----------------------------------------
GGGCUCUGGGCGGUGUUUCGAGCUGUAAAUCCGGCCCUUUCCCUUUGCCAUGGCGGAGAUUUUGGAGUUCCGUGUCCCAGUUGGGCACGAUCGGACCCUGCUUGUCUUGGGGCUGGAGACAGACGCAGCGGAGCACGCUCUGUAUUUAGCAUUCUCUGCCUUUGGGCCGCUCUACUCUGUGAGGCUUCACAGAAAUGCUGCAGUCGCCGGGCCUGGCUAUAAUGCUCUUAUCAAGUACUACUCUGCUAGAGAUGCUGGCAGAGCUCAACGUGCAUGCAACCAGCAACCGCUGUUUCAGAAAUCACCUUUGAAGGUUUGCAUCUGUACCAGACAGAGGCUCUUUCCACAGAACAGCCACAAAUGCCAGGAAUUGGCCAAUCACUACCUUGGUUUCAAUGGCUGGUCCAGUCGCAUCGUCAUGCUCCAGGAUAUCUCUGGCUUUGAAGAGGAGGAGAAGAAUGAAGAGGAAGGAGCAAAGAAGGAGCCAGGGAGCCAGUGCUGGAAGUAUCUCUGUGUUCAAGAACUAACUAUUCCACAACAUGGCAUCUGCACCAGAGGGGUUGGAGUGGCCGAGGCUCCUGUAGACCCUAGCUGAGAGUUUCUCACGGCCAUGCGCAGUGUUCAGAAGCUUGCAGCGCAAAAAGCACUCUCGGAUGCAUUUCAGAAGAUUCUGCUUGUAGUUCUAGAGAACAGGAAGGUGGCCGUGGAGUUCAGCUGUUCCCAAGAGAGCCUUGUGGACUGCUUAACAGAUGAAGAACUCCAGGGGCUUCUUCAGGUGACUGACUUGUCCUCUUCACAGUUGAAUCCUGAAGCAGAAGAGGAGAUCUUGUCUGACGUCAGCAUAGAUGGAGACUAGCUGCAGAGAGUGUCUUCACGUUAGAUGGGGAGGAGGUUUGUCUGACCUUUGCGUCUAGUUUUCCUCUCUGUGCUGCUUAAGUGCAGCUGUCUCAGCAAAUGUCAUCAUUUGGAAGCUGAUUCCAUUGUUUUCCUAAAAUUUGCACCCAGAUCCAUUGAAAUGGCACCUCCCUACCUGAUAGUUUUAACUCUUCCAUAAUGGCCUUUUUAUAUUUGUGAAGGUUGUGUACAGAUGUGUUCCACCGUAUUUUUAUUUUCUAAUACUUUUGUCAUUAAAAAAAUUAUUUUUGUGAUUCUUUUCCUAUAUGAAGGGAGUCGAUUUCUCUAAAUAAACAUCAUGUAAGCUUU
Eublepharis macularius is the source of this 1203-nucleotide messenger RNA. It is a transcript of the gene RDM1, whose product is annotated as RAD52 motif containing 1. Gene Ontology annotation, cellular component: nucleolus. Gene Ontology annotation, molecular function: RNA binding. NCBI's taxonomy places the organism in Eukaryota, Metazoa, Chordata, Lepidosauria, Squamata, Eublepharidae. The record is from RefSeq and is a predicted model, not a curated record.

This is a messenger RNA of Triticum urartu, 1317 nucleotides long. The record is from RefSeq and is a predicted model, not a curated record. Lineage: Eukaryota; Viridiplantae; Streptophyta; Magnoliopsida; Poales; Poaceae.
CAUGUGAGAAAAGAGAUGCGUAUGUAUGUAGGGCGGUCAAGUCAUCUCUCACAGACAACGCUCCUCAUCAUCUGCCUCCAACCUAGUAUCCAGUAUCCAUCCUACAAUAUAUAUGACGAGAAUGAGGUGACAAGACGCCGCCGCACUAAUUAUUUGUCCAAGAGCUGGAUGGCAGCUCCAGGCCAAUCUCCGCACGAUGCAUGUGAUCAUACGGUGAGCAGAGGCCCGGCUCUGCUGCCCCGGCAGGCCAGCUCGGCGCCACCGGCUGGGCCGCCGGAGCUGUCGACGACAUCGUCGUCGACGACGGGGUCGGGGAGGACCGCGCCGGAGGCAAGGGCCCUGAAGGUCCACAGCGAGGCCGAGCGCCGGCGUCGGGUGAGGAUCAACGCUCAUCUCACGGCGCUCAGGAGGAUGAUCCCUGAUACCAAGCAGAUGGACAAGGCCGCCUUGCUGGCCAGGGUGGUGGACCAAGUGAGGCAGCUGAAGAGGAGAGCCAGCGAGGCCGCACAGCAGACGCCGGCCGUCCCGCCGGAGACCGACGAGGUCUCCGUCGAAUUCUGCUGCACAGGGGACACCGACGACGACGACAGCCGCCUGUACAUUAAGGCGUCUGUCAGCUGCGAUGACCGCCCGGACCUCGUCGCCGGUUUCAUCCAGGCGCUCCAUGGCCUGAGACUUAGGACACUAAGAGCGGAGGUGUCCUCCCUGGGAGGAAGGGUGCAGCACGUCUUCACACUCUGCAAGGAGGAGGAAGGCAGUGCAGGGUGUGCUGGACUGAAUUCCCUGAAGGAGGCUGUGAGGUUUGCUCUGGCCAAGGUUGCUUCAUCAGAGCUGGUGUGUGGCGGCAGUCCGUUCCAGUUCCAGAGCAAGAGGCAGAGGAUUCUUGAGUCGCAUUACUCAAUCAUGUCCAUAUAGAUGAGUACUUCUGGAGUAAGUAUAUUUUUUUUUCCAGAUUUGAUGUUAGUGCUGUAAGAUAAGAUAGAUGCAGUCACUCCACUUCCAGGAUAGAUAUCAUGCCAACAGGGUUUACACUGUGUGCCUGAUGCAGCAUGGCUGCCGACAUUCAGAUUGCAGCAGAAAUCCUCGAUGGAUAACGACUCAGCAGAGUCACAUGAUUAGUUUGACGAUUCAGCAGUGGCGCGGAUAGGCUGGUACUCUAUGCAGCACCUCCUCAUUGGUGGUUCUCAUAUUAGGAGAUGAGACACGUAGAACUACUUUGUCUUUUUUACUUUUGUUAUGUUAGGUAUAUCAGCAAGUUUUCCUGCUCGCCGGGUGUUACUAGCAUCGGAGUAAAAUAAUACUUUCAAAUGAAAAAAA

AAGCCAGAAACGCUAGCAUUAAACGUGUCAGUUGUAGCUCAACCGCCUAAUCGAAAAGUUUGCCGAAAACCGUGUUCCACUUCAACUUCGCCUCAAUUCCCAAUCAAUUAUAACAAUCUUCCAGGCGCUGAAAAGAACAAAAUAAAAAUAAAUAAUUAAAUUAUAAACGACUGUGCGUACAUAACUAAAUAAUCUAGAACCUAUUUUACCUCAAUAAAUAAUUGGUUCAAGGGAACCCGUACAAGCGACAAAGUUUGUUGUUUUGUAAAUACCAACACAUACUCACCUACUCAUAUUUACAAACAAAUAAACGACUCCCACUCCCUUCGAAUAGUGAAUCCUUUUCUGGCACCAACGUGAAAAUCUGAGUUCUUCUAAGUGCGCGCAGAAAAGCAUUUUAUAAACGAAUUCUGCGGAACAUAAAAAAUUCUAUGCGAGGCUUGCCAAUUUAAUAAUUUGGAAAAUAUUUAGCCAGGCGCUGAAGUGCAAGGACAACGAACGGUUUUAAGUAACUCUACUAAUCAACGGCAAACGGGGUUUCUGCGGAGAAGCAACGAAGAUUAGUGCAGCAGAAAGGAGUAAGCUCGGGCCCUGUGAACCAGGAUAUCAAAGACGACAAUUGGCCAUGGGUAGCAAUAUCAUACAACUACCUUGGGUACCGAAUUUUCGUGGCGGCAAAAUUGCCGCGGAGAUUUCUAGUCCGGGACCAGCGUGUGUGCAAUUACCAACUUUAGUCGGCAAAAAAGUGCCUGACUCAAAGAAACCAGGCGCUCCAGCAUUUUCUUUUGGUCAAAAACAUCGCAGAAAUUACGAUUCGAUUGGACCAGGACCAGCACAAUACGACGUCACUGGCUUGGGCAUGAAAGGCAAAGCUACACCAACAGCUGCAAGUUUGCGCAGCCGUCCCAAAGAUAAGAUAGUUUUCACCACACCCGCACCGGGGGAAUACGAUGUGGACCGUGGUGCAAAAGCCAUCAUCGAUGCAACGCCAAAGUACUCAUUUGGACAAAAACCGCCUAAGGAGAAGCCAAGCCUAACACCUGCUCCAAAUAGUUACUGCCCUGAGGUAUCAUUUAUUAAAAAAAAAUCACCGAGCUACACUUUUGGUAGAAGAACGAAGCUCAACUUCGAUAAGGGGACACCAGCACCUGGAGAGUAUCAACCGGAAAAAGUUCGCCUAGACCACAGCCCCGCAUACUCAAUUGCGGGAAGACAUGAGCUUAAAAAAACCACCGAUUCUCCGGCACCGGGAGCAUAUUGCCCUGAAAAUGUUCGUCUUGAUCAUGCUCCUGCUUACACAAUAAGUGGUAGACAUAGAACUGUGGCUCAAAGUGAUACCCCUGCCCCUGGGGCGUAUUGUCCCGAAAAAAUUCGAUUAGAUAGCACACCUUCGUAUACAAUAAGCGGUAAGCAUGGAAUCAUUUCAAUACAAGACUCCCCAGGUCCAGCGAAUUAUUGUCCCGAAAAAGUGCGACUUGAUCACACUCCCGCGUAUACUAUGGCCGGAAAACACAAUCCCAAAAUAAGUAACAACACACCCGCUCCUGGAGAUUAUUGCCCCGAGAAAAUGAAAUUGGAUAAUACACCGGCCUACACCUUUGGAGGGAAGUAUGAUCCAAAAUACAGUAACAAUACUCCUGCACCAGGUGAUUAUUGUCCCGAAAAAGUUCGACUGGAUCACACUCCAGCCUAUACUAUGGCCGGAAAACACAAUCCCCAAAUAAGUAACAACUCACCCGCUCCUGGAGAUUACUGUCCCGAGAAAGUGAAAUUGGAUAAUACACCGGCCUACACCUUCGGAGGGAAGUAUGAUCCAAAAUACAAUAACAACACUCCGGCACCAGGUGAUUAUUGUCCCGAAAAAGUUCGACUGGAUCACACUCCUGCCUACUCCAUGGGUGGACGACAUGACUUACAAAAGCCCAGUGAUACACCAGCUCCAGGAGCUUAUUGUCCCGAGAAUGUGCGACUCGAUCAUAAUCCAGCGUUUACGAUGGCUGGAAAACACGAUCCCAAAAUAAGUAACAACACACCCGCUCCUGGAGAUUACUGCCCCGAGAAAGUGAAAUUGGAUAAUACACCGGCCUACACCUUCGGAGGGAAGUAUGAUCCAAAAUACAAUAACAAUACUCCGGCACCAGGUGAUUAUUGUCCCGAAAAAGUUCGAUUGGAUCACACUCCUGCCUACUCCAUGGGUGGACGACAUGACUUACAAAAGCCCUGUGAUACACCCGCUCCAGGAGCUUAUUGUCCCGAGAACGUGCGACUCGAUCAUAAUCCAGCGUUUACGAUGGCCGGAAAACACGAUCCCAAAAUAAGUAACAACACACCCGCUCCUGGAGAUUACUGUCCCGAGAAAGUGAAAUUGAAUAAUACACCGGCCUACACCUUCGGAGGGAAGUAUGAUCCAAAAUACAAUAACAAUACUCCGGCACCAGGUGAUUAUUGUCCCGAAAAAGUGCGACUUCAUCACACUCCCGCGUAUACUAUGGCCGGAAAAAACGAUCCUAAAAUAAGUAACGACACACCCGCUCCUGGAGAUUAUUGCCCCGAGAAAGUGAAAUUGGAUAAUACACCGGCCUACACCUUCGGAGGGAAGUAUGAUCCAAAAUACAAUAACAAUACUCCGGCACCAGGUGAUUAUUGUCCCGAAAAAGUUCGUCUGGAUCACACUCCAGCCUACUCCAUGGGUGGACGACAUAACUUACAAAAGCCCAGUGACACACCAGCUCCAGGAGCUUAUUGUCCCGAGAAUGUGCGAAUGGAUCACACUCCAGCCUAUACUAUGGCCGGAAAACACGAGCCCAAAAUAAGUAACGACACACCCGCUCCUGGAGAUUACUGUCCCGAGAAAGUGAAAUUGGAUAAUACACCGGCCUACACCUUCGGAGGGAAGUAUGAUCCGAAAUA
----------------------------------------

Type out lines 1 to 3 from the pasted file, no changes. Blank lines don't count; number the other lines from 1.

GGGCUCUGGGCGGUGUUUCGAGCUGUAAAUCCGGCCCUUUCCCUUUGCCAUGGCGGAGAUUUUGGAGUUCCGUGUCCCAGUUGGGCACGAUCGGACCCUGCUUGUCUUGGGGCUGGAGACAGACGCAGCGGAGCACGCUCUGUAUUUAGCAUUCUCUGCCUUUGGGCCGCUCUACUCUGUGAGGCUUCACAGAAAUGCUGCAGUCGCCGGGCCUGGCUAUAAUGCUCUUAUCAAGUACUACUCUGCUAGAGAUGCUGGCAGAGCUCAACGUGCAUGCAACCAGCAACCGCUGUUUCAGAAAUCACCUUUGAAGGUUUGCAUCUGUACCAGACAGAGGCUCUUUCCACAGAACAGCCACAAAUGCCAGGAAUUGGCCAAUCACUACCUUGGUUUCAAUGGCUGGUCCAGUCGCAUCGUCAUGCUCCAGGAUAUCUCUGGCUUUGAAGAGGAGGAGAAGAAUGAAGAGGAAGGAGCAAAGAAGGAGCCAGGGAGCCAGUGCUGGAAGUAUCUCUGUGUUCAAGAACUAACUAUUCCACAACAUGGCAUCUGCACCAGAGGGGUUGGAGUGGCCGAGGCUCCUGUAGACCCUAGCUGAGAGUUUCUCACGGCCAUGCGCAGUGUUCAGAAGCUUGCAGCGCAAAAAGCACUCUCGGAUGCAUUUCAGAAGAUUCUGCUUGUAGUUCUAGAGAACAGGAAGGUGGCCGUGGAGUUCAGCUGUUCCCAAGAGAGCCUUGUGGACUGCUUAACAGAUGAAGAACUCCAGGGGCUUCUUCAGGUGACUGACUUGUCCUCUUCACAGUUGAAUCCUGAAGCAGAAGAGGAGAUCUUGUCUGACGUCAGCAUAGAUGGAGACUAGCUGCAGAGAGUGUCUUCACGUUAGAUGGGGAGGAGGUUUGUCUGACCUUUGCGUCUAGUUUUCCUCUCUGUGCUGCUUAAGUGCAGCUGUCUCAGCAAAUGUCAUCAUUUGGAAGCUGAUUCCAUUGUUUUCCUAAAAUUUGCACCCAGAUCCAUUGAAAUGGCACCUCCCUACCUGAUAGUUUUAACUCUUCCAUAAUGGCCUUUUUAUAUUUGUGAAGGUUGUGUACAGAUGUGUUCCACCGUAUUUUUAUUUUCUAAUACUUUUGUCAUUAAAAAAAUUAUUUUUGUGAUUCUUUUCCUAUAUGAAGGGAGUCGAUUUCUCUAAAUAAACAUCAUGUAAGCUUU
Eublepharis macularius is the source of this 1203-nucleotide messenger RNA. It is a transcript of the gene RDM1, whose product is annotated as RAD52 motif containing 1. Gene Ontology annotation, cellular component: nucleolus. Gene Ontology annotation, molecular function: RNA binding. NCBI's taxonomy places the organism in Eukaryota, Metazoa, Chordata, Lepidosauria, Squamata, Eublepharidae. The record is from RefSeq and is a predicted model, not a curated record.

This is a messenger RNA of Triticum urartu, 1317 nucleotides long. The record is from RefSeq and is a predicted model, not a curated record. Lineage: Eukaryota; Viridiplantae; Streptophyta; Magnoliopsida; Poales; Poaceae.